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Arctic Paradox: Warmer Arctic May Mean Cold Blasts for Some

Blasts of cold and snow have gripped Europe and the United States in recent weeks, from Minneapolis to Paris. These weather conditions are leading to speculation about the role climate change may be playing in altering such extreme events.

Recent scientific studies have shown that the dramatic warming that has been occurring in the Arctic during the past few decades, along with the associated loss of sea ice cover, may be changing atmospheric circulation patterns throughout the northern hemisphere. This could be contributing to the recent outbreaks of unusually cold and snowy weather. Sea ice loss during the spring and summer melt season, which leaves a thinner and more sparse ice cover throughout the fall and early winter, is a key suspect in influencing winter weather patterns. When the ice melts, it allows incoming solar radiation to warm water and air temperatures, which in turn has an influence on atmospheric pressure and circulation, and may help shift Arctic air southward, while the Arctic remains unusually warm.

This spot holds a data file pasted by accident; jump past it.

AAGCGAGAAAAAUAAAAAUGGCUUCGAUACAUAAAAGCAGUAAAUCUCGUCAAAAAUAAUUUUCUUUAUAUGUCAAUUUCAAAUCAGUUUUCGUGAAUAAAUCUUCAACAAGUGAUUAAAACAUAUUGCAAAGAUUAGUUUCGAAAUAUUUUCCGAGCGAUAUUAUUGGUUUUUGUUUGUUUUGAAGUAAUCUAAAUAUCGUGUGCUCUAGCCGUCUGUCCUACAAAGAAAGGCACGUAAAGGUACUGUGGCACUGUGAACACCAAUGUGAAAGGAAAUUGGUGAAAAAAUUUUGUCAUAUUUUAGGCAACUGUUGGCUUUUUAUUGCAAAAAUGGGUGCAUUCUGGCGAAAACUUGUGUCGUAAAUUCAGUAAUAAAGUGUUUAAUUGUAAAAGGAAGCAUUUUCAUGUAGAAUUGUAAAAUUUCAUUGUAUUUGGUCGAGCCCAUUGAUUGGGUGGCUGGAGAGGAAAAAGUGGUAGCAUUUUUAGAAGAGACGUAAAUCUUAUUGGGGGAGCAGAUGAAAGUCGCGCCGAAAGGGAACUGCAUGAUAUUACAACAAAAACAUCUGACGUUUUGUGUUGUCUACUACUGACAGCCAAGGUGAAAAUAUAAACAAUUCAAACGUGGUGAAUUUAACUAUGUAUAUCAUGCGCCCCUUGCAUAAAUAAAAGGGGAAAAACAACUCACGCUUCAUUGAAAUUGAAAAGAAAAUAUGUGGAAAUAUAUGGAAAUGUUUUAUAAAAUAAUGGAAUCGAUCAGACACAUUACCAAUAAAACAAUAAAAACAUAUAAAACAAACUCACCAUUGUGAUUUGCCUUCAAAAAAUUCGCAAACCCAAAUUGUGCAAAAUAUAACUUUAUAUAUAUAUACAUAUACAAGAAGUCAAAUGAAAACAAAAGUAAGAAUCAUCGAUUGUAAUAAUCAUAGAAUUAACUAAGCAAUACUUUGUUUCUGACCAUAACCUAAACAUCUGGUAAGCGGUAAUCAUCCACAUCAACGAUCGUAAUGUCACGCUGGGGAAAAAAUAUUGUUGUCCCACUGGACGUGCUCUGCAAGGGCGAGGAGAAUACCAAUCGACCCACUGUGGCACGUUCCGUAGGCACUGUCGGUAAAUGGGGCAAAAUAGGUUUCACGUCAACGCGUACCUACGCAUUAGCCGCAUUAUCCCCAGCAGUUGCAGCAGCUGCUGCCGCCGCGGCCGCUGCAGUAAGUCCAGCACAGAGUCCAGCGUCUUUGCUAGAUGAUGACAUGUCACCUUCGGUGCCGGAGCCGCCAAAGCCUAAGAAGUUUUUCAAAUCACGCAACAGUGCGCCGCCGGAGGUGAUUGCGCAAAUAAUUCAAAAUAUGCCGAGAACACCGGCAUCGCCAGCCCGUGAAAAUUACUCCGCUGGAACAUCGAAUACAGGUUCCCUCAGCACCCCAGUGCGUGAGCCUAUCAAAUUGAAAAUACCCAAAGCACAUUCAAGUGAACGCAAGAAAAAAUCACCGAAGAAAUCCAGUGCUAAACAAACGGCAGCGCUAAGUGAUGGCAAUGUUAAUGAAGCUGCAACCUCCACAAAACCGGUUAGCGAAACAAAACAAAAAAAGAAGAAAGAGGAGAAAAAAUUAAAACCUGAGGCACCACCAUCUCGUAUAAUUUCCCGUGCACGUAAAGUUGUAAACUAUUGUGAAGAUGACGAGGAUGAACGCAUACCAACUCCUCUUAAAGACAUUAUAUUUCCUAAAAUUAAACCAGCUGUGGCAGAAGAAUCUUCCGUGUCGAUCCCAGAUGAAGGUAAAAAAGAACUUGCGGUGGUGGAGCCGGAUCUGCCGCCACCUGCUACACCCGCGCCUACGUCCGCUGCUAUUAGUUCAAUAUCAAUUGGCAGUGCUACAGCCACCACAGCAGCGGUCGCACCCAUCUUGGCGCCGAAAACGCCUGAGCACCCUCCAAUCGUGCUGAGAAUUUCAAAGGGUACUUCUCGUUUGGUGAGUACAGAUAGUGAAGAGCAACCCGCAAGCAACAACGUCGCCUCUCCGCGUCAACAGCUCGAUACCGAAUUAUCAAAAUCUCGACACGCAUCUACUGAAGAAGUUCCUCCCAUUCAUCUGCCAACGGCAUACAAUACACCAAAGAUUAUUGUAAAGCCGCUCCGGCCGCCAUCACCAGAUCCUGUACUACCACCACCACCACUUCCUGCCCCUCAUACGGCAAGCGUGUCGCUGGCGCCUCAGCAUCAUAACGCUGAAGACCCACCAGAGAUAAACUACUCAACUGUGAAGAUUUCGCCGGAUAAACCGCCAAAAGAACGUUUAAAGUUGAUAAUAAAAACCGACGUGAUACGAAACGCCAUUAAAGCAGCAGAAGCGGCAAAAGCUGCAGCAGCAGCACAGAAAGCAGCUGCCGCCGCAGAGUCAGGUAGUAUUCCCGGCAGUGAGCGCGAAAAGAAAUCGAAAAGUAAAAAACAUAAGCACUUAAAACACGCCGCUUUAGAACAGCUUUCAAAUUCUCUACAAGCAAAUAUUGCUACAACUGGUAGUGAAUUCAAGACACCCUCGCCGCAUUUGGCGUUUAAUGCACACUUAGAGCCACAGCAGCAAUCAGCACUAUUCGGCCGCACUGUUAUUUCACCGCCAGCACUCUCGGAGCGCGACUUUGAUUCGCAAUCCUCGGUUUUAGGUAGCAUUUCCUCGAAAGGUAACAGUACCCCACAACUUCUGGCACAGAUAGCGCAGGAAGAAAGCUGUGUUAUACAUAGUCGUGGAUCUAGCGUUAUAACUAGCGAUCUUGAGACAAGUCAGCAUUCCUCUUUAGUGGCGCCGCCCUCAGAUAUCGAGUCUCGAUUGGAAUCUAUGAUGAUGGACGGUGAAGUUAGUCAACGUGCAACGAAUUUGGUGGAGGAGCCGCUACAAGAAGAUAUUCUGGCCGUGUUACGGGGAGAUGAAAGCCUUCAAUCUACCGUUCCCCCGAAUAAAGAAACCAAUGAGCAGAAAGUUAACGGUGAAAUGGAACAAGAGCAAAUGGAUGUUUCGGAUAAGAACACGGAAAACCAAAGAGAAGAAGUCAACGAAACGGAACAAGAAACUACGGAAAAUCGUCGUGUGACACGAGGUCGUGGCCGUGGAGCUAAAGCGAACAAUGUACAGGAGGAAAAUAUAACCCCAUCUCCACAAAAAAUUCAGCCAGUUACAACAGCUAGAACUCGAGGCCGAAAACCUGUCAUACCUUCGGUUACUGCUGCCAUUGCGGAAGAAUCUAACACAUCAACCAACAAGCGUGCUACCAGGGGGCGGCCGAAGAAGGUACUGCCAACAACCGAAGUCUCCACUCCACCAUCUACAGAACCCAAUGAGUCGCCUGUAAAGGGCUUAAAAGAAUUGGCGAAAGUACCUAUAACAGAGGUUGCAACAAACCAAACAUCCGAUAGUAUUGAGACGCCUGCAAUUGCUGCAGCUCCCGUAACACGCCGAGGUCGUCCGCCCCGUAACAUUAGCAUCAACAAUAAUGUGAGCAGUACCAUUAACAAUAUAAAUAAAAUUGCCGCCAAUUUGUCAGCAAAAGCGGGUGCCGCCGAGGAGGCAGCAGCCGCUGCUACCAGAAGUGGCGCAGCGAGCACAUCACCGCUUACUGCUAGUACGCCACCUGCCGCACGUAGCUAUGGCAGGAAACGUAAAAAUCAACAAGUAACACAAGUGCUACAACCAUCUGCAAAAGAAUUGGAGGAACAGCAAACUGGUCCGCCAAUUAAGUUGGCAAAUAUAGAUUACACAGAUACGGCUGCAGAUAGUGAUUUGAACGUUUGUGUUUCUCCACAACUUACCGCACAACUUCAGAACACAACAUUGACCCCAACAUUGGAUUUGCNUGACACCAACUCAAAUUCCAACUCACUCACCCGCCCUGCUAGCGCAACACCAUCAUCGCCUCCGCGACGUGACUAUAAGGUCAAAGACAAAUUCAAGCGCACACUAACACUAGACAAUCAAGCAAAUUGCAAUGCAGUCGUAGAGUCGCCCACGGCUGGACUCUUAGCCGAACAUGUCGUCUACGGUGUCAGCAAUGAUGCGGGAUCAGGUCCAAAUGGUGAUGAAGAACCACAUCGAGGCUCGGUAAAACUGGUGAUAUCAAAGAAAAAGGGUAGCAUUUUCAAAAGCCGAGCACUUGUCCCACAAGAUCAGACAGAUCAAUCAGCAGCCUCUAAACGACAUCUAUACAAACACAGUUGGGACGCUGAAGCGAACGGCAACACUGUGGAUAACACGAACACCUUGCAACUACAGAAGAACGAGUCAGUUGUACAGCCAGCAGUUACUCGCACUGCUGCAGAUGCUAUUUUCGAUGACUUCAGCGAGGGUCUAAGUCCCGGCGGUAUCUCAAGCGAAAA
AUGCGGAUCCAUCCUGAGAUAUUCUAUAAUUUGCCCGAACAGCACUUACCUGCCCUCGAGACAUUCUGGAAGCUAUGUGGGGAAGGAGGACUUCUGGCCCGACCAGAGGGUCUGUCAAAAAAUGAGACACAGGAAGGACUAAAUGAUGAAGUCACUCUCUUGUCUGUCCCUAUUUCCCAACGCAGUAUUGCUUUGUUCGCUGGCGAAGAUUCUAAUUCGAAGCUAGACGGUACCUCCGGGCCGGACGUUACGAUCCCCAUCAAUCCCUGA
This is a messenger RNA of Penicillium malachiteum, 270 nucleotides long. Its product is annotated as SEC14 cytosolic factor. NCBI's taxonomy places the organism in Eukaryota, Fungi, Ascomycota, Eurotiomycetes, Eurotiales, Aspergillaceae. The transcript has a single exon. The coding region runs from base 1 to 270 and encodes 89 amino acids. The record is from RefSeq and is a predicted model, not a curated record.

One meteorologist has described the pattern this way: "This pattern is kind of like leaving the refrigerator door ajar — the refrigerator warm up, but all the cold air spills out into the house."

Scientists refer to weather patterns featuring an abnormally mild Arctic and an unusually cold U.S. and Europe as the "Warm Arctic/Cold Continents Pattern," which is the subject of ongoing research. There are many sources of natural climate variability, such as the North Atlantic Oscillation, that also play a key role in favoring cold and snowy conditions in parts of the U.S. and Europe.